There are no guarantees that you’re talking to a legitimate representative from a company unless you call the company with a phone number that you obtained directly from the company website.
When in doubt, you could also call the company that services your student loan and ask them about the validity of the offer you received.
Or, read our article on the latest student loan forgiveness programs.
3. Failed Delivery Attempt Scam
Have you ever received a text or call telling you that there was a failed attempt to deliver your package? When you circle back with the caller, you’ll be instructed to give credit card information or address information so that you can get your package.
Don’t comply; instead, call the company you’re expecting a package from and ask if there’s a problem. And if you’re not expecting a package, you know it’s a scam.
4. Lottery Winner Scam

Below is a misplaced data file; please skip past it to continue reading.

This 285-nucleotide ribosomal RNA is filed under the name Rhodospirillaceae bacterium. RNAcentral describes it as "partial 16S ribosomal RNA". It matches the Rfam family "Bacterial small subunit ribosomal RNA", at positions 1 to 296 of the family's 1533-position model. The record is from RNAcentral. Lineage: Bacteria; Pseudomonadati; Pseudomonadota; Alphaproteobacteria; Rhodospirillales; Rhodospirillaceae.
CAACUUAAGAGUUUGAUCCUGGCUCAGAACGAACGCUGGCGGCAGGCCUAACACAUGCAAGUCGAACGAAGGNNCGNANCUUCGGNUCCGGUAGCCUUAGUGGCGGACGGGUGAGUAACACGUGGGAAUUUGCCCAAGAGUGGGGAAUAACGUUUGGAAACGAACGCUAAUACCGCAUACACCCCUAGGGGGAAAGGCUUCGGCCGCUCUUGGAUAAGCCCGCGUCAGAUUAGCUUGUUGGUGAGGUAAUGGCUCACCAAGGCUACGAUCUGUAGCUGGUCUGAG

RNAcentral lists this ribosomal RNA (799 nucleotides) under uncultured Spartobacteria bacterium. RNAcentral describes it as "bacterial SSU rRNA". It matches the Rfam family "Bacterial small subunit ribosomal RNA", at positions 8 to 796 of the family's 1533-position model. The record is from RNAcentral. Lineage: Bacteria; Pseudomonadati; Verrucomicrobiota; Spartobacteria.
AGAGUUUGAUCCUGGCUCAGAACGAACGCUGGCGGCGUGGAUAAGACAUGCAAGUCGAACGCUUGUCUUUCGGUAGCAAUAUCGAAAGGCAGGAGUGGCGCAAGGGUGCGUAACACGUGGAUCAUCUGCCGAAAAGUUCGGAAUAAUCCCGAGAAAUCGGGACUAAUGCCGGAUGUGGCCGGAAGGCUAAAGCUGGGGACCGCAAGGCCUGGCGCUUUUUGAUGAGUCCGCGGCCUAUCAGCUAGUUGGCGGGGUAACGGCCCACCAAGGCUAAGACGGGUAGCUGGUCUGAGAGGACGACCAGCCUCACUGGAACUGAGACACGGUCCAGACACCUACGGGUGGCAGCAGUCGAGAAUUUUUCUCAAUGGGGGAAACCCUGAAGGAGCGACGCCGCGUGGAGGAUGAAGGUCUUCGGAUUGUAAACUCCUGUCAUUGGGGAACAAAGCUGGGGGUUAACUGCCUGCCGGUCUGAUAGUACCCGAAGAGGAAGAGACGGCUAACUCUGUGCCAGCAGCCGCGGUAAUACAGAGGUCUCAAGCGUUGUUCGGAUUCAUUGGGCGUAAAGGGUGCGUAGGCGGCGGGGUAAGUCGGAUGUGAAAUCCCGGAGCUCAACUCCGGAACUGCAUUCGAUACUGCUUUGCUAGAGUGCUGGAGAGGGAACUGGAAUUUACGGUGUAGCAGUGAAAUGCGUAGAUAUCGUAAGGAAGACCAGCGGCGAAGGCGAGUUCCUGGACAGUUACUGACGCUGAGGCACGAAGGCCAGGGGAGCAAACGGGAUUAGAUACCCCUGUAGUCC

Lottery scam calls tell you that you’ve won the Publishers Clearing House lottery or some other prize. They may even include a link to what looks like a legitimate site.
However, once you click on the link, they’ll ask you for your credit card information or other personal information so they can defraud you or add charges to your credit card.
5. Unpaid Taxes Scam
No one likes getting calls from the IRS. So it’s easy to take it seriously when the voice on the other end of the line says they’re an IRS agent and you need to pay your supposed unpaid taxes right away.
In fact, the would-be agent will often threaten you with outrageous penalties that will make your amount owed much higher if you don’t pay right away.
It’s important to note that the IRS will never call you asking you to pay unpaid taxes. Instead, you’ll get a formal letter from the IRS.
However, if you think the call may be legit, hang up and call the IRS directly at 1-800-829-1040 for individual tax questions and 1-800-829-4933 for business tax questions.
6. Bank Account Freeze Scam
The bank account freeze scam is another scare tactic call that scammers use. They call and threaten to freeze your bank account, giving you zero access to your money.
The reason the scammer gives for the freeze could be one of many:
- There is suspected fraud on your account
- You owe the IRS or another entity